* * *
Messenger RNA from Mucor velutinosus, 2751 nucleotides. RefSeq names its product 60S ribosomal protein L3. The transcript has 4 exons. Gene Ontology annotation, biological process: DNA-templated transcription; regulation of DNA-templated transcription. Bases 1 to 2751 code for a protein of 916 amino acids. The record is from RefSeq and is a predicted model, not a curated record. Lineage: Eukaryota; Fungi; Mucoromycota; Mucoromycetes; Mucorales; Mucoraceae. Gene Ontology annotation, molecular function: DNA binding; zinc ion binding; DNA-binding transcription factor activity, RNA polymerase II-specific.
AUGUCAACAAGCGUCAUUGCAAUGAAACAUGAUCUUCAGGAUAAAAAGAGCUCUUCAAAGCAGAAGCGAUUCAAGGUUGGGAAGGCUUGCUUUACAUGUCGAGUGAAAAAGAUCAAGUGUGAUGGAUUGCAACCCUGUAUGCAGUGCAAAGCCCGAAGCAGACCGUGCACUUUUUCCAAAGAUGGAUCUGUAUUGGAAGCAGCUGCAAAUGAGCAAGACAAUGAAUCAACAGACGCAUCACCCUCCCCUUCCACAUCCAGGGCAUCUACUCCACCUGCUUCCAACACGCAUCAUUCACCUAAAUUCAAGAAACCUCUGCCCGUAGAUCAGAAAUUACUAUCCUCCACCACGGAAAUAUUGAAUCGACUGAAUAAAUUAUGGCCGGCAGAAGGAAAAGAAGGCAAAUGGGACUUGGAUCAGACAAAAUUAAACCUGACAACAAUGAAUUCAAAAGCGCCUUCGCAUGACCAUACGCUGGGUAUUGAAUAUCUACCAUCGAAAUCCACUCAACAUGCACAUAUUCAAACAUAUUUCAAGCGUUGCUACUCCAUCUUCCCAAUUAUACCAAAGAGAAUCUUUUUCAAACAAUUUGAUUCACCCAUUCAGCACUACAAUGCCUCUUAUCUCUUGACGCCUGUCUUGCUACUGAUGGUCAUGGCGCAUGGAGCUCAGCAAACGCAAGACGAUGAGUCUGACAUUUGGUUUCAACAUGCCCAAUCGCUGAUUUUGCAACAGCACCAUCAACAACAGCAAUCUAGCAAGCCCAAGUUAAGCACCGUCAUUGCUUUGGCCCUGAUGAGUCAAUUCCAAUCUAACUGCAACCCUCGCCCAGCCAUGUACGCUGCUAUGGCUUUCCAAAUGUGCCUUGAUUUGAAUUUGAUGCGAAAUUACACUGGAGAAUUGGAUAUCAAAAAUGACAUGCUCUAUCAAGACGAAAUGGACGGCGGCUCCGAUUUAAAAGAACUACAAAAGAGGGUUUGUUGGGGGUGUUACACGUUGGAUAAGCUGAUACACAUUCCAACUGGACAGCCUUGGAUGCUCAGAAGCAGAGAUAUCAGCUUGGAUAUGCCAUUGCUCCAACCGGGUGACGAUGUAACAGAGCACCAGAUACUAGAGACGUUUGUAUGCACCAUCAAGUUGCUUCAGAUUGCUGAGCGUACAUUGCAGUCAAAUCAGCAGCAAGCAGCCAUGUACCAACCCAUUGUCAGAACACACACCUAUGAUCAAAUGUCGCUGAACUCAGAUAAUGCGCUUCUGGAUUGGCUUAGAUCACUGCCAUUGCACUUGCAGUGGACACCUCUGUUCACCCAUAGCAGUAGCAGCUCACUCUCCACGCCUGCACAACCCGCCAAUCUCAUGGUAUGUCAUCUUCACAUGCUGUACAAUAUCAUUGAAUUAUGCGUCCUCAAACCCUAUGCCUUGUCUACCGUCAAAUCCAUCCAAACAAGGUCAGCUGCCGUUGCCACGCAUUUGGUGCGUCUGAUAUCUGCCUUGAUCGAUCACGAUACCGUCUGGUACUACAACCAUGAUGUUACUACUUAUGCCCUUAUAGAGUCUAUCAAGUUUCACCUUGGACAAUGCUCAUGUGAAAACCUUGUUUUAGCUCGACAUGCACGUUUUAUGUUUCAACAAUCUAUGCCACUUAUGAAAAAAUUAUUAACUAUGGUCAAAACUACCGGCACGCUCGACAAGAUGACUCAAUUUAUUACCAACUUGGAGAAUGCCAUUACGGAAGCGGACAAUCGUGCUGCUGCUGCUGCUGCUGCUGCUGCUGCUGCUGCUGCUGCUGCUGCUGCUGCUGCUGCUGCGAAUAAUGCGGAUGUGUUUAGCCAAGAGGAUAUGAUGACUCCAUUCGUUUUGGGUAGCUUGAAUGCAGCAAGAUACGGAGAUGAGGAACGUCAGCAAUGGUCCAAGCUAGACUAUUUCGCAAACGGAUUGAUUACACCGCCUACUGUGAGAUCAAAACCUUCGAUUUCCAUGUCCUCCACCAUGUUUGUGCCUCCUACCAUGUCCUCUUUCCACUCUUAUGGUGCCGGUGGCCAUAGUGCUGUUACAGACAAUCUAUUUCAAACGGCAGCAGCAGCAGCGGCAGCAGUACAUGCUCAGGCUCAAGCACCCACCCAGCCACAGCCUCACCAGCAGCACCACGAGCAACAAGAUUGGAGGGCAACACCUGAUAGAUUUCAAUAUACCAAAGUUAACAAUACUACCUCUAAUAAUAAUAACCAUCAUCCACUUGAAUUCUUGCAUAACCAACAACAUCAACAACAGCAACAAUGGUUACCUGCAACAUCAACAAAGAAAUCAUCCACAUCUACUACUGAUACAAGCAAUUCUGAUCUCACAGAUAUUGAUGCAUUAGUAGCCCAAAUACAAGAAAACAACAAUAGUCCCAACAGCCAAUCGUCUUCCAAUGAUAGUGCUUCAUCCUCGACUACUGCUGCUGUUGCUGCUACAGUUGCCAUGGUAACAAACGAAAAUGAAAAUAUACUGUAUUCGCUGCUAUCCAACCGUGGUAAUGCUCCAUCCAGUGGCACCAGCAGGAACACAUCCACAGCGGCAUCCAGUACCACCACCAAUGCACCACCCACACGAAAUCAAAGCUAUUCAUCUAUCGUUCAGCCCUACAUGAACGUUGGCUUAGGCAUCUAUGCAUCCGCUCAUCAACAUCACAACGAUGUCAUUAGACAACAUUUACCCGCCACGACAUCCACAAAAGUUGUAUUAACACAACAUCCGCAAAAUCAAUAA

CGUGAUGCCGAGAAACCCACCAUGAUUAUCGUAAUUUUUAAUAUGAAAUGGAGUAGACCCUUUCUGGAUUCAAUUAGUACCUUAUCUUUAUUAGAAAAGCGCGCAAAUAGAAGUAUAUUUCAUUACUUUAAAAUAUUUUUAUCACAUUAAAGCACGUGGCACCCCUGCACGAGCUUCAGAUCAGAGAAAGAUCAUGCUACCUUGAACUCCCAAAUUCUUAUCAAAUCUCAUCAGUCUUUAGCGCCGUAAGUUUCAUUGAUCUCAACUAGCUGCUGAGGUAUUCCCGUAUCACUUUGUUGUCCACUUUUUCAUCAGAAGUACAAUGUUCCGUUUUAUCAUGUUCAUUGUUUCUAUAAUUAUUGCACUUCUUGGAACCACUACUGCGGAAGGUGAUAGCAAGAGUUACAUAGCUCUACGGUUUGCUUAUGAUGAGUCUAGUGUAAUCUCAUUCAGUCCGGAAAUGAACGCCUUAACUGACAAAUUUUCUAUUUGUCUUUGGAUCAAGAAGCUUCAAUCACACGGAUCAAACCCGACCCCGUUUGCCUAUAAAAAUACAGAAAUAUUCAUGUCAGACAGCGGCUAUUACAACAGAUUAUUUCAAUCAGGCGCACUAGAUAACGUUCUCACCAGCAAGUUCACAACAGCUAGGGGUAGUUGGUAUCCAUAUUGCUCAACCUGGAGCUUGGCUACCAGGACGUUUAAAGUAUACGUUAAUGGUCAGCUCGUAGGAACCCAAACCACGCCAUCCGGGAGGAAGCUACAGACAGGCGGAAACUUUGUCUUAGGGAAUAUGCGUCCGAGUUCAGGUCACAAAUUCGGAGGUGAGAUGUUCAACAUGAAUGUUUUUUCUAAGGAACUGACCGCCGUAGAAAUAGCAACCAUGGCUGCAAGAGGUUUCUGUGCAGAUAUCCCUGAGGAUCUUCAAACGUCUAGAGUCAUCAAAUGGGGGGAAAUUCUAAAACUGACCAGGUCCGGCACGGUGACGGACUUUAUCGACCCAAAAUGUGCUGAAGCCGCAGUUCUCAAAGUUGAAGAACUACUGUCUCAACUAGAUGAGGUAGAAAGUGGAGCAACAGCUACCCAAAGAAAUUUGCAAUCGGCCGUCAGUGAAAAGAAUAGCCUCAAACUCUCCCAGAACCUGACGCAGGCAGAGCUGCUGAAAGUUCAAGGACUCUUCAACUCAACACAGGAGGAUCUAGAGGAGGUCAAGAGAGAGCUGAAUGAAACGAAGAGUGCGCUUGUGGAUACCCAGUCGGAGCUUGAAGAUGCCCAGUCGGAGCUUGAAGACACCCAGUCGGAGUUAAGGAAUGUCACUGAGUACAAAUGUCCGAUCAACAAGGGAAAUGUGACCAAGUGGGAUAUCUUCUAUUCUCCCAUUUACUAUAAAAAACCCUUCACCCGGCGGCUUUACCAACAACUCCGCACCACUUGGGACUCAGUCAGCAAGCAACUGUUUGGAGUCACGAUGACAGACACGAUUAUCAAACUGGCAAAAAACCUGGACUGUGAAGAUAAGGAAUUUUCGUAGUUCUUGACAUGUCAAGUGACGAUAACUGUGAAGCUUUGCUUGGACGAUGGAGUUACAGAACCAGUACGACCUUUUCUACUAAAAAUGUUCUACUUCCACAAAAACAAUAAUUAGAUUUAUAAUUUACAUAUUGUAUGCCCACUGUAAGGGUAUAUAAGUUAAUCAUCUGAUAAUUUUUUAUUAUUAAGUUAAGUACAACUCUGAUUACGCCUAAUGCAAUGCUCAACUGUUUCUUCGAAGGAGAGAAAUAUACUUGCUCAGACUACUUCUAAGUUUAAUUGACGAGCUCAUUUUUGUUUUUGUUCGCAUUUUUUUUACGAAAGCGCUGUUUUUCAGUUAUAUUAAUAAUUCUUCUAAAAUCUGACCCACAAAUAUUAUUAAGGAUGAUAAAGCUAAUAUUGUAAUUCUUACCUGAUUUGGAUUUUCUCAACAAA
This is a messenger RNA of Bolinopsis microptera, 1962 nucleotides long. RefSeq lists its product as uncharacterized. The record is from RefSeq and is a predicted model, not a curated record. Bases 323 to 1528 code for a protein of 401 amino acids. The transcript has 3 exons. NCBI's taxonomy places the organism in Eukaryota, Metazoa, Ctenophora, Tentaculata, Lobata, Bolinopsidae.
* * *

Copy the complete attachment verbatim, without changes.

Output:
Messenger RNA from Mucor velutinosus, 2751 nucleotides. RefSeq names its product 60S ribosomal protein L3. The transcript has 4 exons. Gene Ontology annotation, biological process: DNA-templated transcription; regulation of DNA-templated transcription. Bases 1 to 2751 code for a protein of 916 amino acids. The record is from RefSeq and is a predicted model, not a curated record. Lineage: Eukaryota; Fungi; Mucoromycota; Mucoromycetes; Mucorales; Mucoraceae. Gene Ontology annotation, molecular function: DNA binding; zinc ion binding; DNA-binding transcription factor activity, RNA polymerase II-specific.
AUGUCAACAAGCGUCAUUGCAAUGAAACAUGAUCUUCAGGAUAAAAAGAGCUCUUCAAAGCAGAAGCGAUUCAAGGUUGGGAAGGCUUGCUUUACAUGUCGAGUGAAAAAGAUCAAGUGUGAUGGAUUGCAACCCUGUAUGCAGUGCAAAGCCCGAAGCAGACCGUGCACUUUUUCCAAAGAUGGAUCUGUAUUGGAAGCAGCUGCAAAUGAGCAAGACAAUGAAUCAACAGACGCAUCACCCUCCCCUUCCACAUCCAGGGCAUCUACUCCACCUGCUUCCAACACGCAUCAUUCACCUAAAUUCAAGAAACCUCUGCCCGUAGAUCAGAAAUUACUAUCCUCCACCACGGAAAUAUUGAAUCGACUGAAUAAAUUAUGGCCGGCAGAAGGAAAAGAAGGCAAAUGGGACUUGGAUCAGACAAAAUUAAACCUGACAACAAUGAAUUCAAAAGCGCCUUCGCAUGACCAUACGCUGGGUAUUGAAUAUCUACCAUCGAAAUCCACUCAACAUGCACAUAUUCAAACAUAUUUCAAGCGUUGCUACUCCAUCUUCCCAAUUAUACCAAAGAGAAUCUUUUUCAAACAAUUUGAUUCACCCAUUCAGCACUACAAUGCCUCUUAUCUCUUGACGCCUGUCUUGCUACUGAUGGUCAUGGCGCAUGGAGCUCAGCAAACGCAAGACGAUGAGUCUGACAUUUGGUUUCAACAUGCCCAAUCGCUGAUUUUGCAACAGCACCAUCAACAACAGCAAUCUAGCAAGCCCAAGUUAAGCACCGUCAUUGCUUUGGCCCUGAUGAGUCAAUUCCAAUCUAACUGCAACCCUCGCCCAGCCAUGUACGCUGCUAUGGCUUUCCAAAUGUGCCUUGAUUUGAAUUUGAUGCGAAAUUACACUGGAGAAUUGGAUAUCAAAAAUGACAUGCUCUAUCAAGACGAAAUGGACGGCGGCUCCGAUUUAAAAGAACUACAAAAGAGGGUUUGUUGGGGGUGUUACACGUUGGAUAAGCUGAUACACAUUCCAACUGGACAGCCUUGGAUGCUCAGAAGCAGAGAUAUCAGCUUGGAUAUGCCAUUGCUCCAACCGGGUGACGAUGUAACAGAGCACCAGAUACUAGAGACGUUUGUAUGCACCAUCAAGUUGCUUCAGAUUGCUGAGCGUACAUUGCAGUCAAAUCAGCAGCAAGCAGCCAUGUACCAACCCAUUGUCAGAACACACACCUAUGAUCAAAUGUCGCUGAACUCAGAUAAUGCGCUUCUGGAUUGGCUUAGAUCACUGCCAUUGCACUUGCAGUGGACACCUCUGUUCACCCAUAGCAGUAGCAGCUCACUCUCCACGCCUGCACAACCCGCCAAUCUCAUGGUAUGUCAUCUUCACAUGCUGUACAAUAUCAUUGAAUUAUGCGUCCUCAAACCCUAUGCCUUGUCUACCGUCAAAUCCAUCCAAACAAGGUCAGCUGCCGUUGCCACGCAUUUGGUGCGUCUGAUAUCUGCCUUGAUCGAUCACGAUACCGUCUGGUACUACAACCAUGAUGUUACUACUUAUGCCCUUAUAGAGUCUAUCAAGUUUCACCUUGGACAAUGCUCAUGUGAAAACCUUGUUUUAGCUCGACAUGCACGUUUUAUGUUUCAACAAUCUAUGCCACUUAUGAAAAAAUUAUUAACUAUGGUCAAAACUACCGGCACGCUCGACAAGAUGACUCAAUUUAUUACCAACUUGGAGAAUGCCAUUACGGAAGCGGACAAUCGUGCUGCUGCUGCUGCUGCUGCUGCUGCUGCUGCUGCUGCUGCUGCUGCUGCUGCUGCUGCUGCGAAUAAUGCGGAUGUGUUUAGCCAAGAGGAUAUGAUGACUCCAUUCGUUUUGGGUAGCUUGAAUGCAGCAAGAUACGGAGAUGAGGAACGUCAGCAAUGGUCCAAGCUAGACUAUUUCGCAAACGGAUUGAUUACACCGCCUACUGUGAGAUCAAAACCUUCGAUUUCCAUGUCCUCCACCAUGUUUGUGCCUCCUACCAUGUCCUCUUUCCACUCUUAUGGUGCCGGUGGCCAUAGUGCUGUUACAGACAAUCUAUUUCAAACGGCAGCAGCAGCAGCGGCAGCAGUACAUGCUCAGGCUCAAGCACCCACCCAGCCACAGCCUCACCAGCAGCACCACGAGCAACAAGAUUGGAGGGCAACACCUGAUAGAUUUCAAUAUACCAAAGUUAACAAUACUACCUCUAAUAAUAAUAACCAUCAUCCACUUGAAUUCUUGCAUAACCAACAACAUCAACAACAGCAACAAUGGUUACCUGCAACAUCAACAAAGAAAUCAUCCACAUCUACUACUGAUACAAGCAAUUCUGAUCUCACAGAUAUUGAUGCAUUAGUAGCCCAAAUACAAGAAAACAACAAUAGUCCCAACAGCCAAUCGUCUUCCAAUGAUAGUGCUUCAUCCUCGACUACUGCUGCUGUUGCUGCUACAGUUGCCAUGGUAACAAACGAAAAUGAAAAUAUACUGUAUUCGCUGCUAUCCAACCGUGGUAAUGCUCCAUCCAGUGGCACCAGCAGGAACACAUCCACAGCGGCAUCCAGUACCACCACCAAUGCACCACCCACACGAAAUCAAAGCUAUUCAUCUAUCGUUCAGCCCUACAUGAACGUUGGCUUAGGCAUCUAUGCAUCCGCUCAUCAACAUCACAACGAUGUCAUUAGACAACAUUUACCCGCCACGACAUCCACAAAAGUUGUAUUAACACAACAUCCGCAAAAUCAAUAA

CGUGAUGCCGAGAAACCCACCAUGAUUAUCGUAAUUUUUAAUAUGAAAUGGAGUAGACCCUUUCUGGAUUCAAUUAGUACCUUAUCUUUAUUAGAAAAGCGCGCAAAUAGAAGUAUAUUUCAUUACUUUAAAAUAUUUUUAUCACAUUAAAGCACGUGGCACCCCUGCACGAGCUUCAGAUCAGAGAAAGAUCAUGCUACCUUGAACUCCCAAAUUCUUAUCAAAUCUCAUCAGUCUUUAGCGCCGUAAGUUUCAUUGAUCUCAACUAGCUGCUGAGGUAUUCCCGUAUCACUUUGUUGUCCACUUUUUCAUCAGAAGUACAAUGUUCCGUUUUAUCAUGUUCAUUGUUUCUAUAAUUAUUGCACUUCUUGGAACCACUACUGCGGAAGGUGAUAGCAAGAGUUACAUAGCUCUACGGUUUGCUUAUGAUGAGUCUAGUGUAAUCUCAUUCAGUCCGGAAAUGAACGCCUUAACUGACAAAUUUUCUAUUUGUCUUUGGAUCAAGAAGCUUCAAUCACACGGAUCAAACCCGACCCCGUUUGCCUAUAAAAAUACAGAAAUAUUCAUGUCAGACAGCGGCUAUUACAACAGAUUAUUUCAAUCAGGCGCACUAGAUAACGUUCUCACCAGCAAGUUCACAACAGCUAGGGGUAGUUGGUAUCCAUAUUGCUCAACCUGGAGCUUGGCUACCAGGACGUUUAAAGUAUACGUUAAUGGUCAGCUCGUAGGAACCCAAACCACGCCAUCCGGGAGGAAGCUACAGACAGGCGGAAACUUUGUCUUAGGGAAUAUGCGUCCGAGUUCAGGUCACAAAUUCGGAGGUGAGAUGUUCAACAUGAAUGUUUUUUCUAAGGAACUGACCGCCGUAGAAAUAGCAACCAUGGCUGCAAGAGGUUUCUGUGCAGAUAUCCCUGAGGAUCUUCAAACGUCUAGAGUCAUCAAAUGGGGGGAAAUUCUAAAACUGACCAGGUCCGGCACGGUGACGGACUUUAUCGACCCAAAAUGUGCUGAAGCCGCAGUUCUCAAAGUUGAAGAACUACUGUCUCAACUAGAUGAGGUAGAAAGUGGAGCAACAGCUACCCAAAGAAAUUUGCAAUCGGCCGUCAGUGAAAAGAAUAGCCUCAAACUCUCCCAGAACCUGACGCAGGCAGAGCUGCUGAAAGUUCAAGGACUCUUCAACUCAACACAGGAGGAUCUAGAGGAGGUCAAGAGAGAGCUGAAUGAAACGAAGAGUGCGCUUGUGGAUACCCAGUCGGAGCUUGAAGAUGCCCAGUCGGAGCUUGAAGACACCCAGUCGGAGUUAAGGAAUGUCACUGAGUACAAAUGUCCGAUCAACAAGGGAAAUGUGACCAAGUGGGAUAUCUUCUAUUCUCCCAUUUACUAUAAAAAACCCUUCACCCGGCGGCUUUACCAACAACUCCGCACCACUUGGGACUCAGUCAGCAAGCAACUGUUUGGAGUCACGAUGACAGACACGAUUAUCAAACUGGCAAAAAACCUGGACUGUGAAGAUAAGGAAUUUUCGUAGUUCUUGACAUGUCAAGUGACGAUAACUGUGAAGCUUUGCUUGGACGAUGGAGUUACAGAACCAGUACGACCUUUUCUACUAAAAAUGUUCUACUUCCACAAAAACAAUAAUUAGAUUUAUAAUUUACAUAUUGUAUGCCCACUGUAAGGGUAUAUAAGUUAAUCAUCUGAUAAUUUUUUAUUAUUAAGUUAAGUACAACUCUGAUUACGCCUAAUGCAAUGCUCAACUGUUUCUUCGAAGGAGAGAAAUAUACUUGCUCAGACUACUUCUAAGUUUAAUUGACGAGCUCAUUUUUGUUUUUGUUCGCAUUUUUUUUACGAAAGCGCUGUUUUUCAGUUAUAUUAAUAAUUCUUCUAAAAUCUGACCCACAAAUAUUAUUAAGGAUGAUAAAGCUAAUAUUGUAAUUCUUACCUGAUUUGGAUUUUCUCAACAAA
This is a messenger RNA of Bolinopsis microptera, 1962 nucleotides long. RefSeq lists its product as uncharacterized. The record is from RefSeq and is a predicted model, not a curated record. Bases 323 to 1528 code for a protein of 401 amino acids. The transcript has 3 exons. NCBI's taxonomy places the organism in Eukaryota, Metazoa, Ctenophora, Tentaculata, Lobata, Bolinopsidae.